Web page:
Why Design at Facebook

The most classic story of Facebook, in my opinion, has nothing to do with its humble beginnings in a dorm room. It has nothing to do with Justin Timberlake swigging booze at a club and rhapsodizing about making a billion dollars. In fact, it has very little to do with the story of any individual.

The most classic story of Facebook is about the product, and this is a story I was told by Aaron Sittig, Facebook’s first designer.

In 2005, Facebook launched a way for people to upload photos onto the network. Of course, it wasn’t the only photo-hosting service at the time. Flickr was the golden standard, and comparing the two feature-by-feature was like evaluating a BMW against a Hyundai. On Facebook, you could only upload low-res photos. They showed up small and grainy and on a page cluttered with links and text instead of on a simple, sparse black background that let the photo shine. There were no handy navigation tools like a preview strip or a thumbnail of the next photo in the set. There were no keyboard shortcuts either, and the loading performance wasn’t great.

Within a year and a half, however, Facebook was the most popular sharing service in the world.


Because on Facebook, you could do something that no other service let you do: tag your friends. Which meant you could upload a photo and say it was of you and your bestie Mike, and not only would Mike be notified of the photo, all your friends would see it in their News Feeds and on your profile.

Have you ever noticed the photos hanging on the mantles and walls of people’s homes? I don’t know about you, but most of my relatives tend not to be master photographers. My parents’ walls are filled with photos where the entire family is posing against what might be generic backdrops of famous monuments, and the lighting’s washed out or the colors are too bluish-purple. In my parents’ bedroom is a photo of me where I’m six years old and the composition is terrible. My parents aren’t bothered by that. What matters most to them, and to the vast majority of people out there, is that when it comes to photos, it’s about the people and the memories. Family and friends congregating at a certain point in time. Weddings and graduations, vacations and family portraits.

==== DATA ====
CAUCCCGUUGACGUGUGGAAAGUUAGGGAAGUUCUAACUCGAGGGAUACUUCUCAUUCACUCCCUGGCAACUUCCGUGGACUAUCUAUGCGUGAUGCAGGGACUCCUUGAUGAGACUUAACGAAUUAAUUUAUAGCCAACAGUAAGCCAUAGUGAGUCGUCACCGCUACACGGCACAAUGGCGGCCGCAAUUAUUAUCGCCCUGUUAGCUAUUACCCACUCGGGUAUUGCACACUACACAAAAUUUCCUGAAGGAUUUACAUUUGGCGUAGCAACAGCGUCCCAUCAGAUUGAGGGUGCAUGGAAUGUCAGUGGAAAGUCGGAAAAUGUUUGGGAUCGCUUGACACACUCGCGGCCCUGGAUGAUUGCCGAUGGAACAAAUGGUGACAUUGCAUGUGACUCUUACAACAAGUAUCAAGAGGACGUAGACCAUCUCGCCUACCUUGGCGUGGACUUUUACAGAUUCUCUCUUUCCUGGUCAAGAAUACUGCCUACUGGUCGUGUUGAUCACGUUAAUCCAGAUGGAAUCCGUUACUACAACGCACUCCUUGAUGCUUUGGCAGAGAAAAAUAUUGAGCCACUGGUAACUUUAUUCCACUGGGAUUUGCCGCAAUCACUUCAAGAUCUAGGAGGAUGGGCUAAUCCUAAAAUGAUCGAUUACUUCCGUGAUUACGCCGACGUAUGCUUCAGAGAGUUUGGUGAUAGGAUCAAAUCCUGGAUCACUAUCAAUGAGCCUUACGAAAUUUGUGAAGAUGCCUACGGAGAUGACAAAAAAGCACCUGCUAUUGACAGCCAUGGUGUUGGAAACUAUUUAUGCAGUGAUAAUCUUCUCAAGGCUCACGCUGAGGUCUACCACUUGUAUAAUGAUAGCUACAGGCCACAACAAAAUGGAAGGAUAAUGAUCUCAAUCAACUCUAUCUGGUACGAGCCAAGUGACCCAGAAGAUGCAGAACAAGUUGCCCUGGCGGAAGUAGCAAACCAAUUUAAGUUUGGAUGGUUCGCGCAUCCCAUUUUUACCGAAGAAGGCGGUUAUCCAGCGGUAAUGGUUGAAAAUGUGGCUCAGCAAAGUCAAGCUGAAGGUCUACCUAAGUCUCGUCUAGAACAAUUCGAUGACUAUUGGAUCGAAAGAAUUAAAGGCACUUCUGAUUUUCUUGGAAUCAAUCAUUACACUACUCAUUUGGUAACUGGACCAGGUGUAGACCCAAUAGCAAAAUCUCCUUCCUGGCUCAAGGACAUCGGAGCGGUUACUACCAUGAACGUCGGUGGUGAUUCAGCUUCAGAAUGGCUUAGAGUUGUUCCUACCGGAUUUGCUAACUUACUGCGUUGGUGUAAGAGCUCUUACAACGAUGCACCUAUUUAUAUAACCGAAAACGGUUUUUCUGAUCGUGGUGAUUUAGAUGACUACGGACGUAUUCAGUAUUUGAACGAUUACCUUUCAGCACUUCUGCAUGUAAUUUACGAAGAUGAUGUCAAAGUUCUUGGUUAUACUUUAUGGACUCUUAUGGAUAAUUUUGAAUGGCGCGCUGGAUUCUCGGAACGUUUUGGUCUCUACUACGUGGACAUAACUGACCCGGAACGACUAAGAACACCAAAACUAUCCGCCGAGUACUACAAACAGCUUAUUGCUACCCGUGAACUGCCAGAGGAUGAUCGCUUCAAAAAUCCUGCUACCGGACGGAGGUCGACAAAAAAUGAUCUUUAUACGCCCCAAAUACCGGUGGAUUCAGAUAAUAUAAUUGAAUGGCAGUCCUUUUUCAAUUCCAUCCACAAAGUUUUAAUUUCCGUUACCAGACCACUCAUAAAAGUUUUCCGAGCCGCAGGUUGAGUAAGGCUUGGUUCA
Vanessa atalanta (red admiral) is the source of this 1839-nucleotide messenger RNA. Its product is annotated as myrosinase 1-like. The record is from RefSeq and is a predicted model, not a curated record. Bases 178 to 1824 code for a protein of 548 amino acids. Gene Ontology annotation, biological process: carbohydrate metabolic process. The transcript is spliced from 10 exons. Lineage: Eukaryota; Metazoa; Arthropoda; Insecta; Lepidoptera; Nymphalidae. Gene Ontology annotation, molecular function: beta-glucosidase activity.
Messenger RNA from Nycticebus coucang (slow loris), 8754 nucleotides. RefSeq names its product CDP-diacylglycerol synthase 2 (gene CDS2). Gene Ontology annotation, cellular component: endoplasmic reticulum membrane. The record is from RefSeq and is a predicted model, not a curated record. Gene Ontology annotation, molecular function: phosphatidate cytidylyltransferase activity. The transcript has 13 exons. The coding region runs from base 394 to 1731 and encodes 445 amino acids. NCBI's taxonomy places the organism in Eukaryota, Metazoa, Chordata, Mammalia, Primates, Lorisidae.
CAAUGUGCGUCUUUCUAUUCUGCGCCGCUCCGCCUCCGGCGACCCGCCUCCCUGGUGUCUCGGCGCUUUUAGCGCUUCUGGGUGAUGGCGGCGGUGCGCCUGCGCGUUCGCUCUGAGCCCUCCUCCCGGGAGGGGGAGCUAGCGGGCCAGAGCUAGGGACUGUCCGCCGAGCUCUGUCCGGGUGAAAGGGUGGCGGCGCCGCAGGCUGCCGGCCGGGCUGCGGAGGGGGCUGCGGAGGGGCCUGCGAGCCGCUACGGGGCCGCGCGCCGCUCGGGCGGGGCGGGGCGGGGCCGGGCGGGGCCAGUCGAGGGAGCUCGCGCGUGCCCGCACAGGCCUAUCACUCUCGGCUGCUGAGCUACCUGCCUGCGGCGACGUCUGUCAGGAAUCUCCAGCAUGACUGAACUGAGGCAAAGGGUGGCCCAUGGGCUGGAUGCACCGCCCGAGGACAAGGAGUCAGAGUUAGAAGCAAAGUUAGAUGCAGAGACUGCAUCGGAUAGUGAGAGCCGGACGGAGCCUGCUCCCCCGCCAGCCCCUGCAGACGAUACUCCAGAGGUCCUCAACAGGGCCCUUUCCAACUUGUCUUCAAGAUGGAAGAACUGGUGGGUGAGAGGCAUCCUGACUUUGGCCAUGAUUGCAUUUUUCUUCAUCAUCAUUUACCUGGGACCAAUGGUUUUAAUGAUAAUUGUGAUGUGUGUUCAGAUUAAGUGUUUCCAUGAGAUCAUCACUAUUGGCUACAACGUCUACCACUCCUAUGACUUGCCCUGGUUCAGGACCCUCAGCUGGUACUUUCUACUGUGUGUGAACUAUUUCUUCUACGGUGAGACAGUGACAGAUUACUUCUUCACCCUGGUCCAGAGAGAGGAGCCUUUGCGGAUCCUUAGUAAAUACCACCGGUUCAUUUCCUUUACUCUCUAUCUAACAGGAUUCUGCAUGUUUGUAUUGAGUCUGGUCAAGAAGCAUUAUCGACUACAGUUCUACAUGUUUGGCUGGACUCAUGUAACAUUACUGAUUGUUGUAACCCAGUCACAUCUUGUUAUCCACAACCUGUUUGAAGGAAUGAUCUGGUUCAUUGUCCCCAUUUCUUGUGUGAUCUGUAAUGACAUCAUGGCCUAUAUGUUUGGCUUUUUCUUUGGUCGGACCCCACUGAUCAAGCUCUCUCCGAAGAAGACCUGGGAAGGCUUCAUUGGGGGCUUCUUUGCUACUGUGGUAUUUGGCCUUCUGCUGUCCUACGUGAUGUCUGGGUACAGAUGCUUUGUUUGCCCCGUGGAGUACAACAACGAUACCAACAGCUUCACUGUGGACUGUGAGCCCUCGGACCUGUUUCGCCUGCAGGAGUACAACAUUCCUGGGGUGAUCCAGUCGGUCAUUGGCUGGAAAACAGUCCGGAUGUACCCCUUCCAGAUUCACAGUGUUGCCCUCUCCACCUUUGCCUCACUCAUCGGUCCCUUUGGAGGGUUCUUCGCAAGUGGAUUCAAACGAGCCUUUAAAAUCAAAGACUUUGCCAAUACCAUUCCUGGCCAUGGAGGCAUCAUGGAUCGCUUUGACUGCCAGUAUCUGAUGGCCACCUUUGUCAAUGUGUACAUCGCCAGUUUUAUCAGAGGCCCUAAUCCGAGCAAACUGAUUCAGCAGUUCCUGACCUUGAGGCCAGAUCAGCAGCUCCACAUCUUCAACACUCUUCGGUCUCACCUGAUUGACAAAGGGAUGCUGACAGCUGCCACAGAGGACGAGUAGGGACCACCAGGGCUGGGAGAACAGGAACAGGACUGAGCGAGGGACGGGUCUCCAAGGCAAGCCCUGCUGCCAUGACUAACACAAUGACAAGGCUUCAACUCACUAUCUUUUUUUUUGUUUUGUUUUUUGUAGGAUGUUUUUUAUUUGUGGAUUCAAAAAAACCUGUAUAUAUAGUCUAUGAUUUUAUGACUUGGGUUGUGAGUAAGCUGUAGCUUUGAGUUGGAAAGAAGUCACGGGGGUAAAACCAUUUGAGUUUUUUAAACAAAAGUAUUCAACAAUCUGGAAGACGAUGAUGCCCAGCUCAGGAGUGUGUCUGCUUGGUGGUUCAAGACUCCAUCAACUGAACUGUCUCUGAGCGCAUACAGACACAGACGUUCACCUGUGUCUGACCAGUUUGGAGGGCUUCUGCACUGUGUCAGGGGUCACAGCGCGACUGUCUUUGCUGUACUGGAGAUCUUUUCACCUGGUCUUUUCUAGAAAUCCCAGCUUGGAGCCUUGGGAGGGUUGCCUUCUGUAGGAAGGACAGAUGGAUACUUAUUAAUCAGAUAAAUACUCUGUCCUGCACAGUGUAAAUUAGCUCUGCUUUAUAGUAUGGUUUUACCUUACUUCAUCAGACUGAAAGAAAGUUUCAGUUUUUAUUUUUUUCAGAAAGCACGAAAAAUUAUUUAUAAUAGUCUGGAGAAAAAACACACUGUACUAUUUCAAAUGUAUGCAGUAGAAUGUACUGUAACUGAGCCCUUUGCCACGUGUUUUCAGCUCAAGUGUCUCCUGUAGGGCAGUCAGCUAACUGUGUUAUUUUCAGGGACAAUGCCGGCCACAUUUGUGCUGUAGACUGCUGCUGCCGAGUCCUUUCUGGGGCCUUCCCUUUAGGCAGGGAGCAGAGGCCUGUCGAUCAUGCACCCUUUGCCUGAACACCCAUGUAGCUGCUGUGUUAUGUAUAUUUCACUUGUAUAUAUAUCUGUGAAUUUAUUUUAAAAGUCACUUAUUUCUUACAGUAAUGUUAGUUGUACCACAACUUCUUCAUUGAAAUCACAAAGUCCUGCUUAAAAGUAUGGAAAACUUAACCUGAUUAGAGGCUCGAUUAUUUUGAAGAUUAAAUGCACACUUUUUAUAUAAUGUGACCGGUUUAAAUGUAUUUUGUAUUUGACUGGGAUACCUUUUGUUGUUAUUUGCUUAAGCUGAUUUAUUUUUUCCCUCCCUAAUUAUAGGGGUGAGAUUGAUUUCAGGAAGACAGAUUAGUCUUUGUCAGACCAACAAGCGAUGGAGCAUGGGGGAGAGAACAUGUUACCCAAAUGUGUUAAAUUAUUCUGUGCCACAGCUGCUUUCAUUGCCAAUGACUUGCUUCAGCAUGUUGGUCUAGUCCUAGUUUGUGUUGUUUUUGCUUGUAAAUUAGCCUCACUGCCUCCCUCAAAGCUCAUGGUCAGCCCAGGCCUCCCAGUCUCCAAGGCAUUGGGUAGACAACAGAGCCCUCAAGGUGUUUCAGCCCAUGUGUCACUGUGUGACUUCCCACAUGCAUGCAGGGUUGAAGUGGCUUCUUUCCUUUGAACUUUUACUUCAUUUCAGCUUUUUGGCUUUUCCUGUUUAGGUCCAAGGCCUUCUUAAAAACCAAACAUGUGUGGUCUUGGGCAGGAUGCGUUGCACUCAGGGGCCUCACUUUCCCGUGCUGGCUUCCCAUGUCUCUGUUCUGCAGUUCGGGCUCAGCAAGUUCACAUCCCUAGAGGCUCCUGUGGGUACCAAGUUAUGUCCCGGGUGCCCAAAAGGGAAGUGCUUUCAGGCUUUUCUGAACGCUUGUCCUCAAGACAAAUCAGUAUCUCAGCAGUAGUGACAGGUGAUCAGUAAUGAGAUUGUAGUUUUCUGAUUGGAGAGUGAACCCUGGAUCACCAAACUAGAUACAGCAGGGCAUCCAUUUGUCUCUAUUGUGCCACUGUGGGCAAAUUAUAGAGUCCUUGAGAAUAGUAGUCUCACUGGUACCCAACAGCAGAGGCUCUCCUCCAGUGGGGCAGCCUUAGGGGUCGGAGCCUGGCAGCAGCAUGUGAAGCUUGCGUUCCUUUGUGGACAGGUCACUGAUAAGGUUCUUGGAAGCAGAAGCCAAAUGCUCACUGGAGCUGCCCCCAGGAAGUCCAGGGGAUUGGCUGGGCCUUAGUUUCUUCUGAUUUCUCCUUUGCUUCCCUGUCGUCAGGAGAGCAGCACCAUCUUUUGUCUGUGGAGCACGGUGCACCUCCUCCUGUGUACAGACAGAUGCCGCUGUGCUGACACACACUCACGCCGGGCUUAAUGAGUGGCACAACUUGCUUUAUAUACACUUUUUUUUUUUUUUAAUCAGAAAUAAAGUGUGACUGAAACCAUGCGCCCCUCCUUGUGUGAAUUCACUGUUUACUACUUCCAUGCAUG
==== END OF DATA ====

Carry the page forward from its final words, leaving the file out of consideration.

People care about the people in their photos a thousand times more than they care about the objective quality of the photos themselves. Being able to relive a party with the people who were there, being able to get snapshots of loved ones who live in another state, being able to laugh at what my friends dressed up as for Halloween the day after— this is what’s most valuable to the greatest number of people.

And this, for me, has always been the story of Facebook: a relentless focus on impact at scale, on making things of value not just for a small group of people born into first-world privileges with niche interests like photography, but for the vast majority of the world.

Should photos be presented in the best light possible? Of course. Should they load quickly? Without question. Should navigating a set of photos be a great experience? Absolutely. It’s pretty hard to argue otherwise, because I can’t imagine anyone, when given the choice, would vote for uglier, slower, harder-to-navigate photos. This isn’t a debate of either/or. As builders and designers, it’s lazy not to not continue shooting for a further star on that beautiful path towards the ideal.